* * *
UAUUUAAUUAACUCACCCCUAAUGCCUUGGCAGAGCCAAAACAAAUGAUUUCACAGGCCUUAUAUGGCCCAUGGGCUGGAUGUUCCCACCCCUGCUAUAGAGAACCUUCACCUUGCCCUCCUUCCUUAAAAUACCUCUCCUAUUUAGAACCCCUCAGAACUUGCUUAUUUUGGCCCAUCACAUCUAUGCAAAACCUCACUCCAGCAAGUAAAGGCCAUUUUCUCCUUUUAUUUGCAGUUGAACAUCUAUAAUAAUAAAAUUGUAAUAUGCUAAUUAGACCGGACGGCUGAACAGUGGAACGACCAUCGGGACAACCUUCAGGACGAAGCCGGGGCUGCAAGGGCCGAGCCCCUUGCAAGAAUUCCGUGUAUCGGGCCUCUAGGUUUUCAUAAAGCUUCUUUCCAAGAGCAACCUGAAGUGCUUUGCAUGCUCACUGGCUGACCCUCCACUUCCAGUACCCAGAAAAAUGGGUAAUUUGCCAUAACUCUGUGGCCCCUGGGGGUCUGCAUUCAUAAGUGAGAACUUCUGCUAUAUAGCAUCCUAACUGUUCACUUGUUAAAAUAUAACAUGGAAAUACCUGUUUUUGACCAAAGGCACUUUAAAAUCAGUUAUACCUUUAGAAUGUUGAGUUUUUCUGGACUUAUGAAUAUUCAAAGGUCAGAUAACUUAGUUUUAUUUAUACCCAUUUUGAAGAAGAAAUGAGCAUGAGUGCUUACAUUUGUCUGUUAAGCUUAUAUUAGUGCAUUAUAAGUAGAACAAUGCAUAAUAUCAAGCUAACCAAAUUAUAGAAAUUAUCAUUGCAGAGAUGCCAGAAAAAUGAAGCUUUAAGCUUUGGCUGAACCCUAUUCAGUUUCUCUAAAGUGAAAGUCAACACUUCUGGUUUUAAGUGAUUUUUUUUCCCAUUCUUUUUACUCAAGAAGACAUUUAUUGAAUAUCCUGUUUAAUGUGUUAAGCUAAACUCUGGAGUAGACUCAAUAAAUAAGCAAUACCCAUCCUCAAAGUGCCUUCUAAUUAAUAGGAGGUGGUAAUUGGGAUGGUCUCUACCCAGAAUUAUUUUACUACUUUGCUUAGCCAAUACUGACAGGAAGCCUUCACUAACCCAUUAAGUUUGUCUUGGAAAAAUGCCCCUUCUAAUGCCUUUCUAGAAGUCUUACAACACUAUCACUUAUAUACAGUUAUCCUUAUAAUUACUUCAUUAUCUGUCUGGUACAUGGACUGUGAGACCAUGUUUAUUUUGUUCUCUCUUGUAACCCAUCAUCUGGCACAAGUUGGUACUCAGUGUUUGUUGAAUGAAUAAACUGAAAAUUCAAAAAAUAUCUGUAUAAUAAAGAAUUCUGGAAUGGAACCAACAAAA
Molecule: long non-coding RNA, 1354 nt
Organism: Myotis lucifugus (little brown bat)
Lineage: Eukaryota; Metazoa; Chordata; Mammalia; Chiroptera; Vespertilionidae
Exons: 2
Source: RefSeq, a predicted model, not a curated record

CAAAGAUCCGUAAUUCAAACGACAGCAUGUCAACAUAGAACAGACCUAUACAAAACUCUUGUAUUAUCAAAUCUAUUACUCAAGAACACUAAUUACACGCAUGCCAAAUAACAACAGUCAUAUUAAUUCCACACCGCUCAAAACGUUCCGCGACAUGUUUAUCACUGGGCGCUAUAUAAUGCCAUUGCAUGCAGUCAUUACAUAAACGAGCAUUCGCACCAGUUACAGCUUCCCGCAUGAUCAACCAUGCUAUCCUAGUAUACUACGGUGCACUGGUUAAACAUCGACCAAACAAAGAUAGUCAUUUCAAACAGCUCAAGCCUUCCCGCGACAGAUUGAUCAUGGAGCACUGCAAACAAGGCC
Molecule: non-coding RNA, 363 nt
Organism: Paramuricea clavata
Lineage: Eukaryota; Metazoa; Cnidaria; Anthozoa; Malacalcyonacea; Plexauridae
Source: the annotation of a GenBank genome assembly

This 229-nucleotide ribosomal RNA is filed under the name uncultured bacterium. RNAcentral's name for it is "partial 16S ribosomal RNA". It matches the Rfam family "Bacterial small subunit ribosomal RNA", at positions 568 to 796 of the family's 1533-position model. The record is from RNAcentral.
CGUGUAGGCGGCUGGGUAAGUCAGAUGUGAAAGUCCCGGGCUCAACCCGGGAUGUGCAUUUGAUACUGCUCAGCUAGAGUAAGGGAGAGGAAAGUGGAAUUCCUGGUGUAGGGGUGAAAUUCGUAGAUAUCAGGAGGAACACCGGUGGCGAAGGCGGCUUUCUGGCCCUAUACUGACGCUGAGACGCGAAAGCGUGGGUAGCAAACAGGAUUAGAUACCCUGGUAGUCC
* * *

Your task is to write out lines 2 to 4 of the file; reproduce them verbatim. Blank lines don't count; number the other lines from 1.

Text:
Molecule: long non-coding RNA, 1354 nt
Organism: Myotis lucifugus (little brown bat)
Lineage: Eukaryota; Metazoa; Chordata; Mammalia; Chiroptera; Vespertilionidae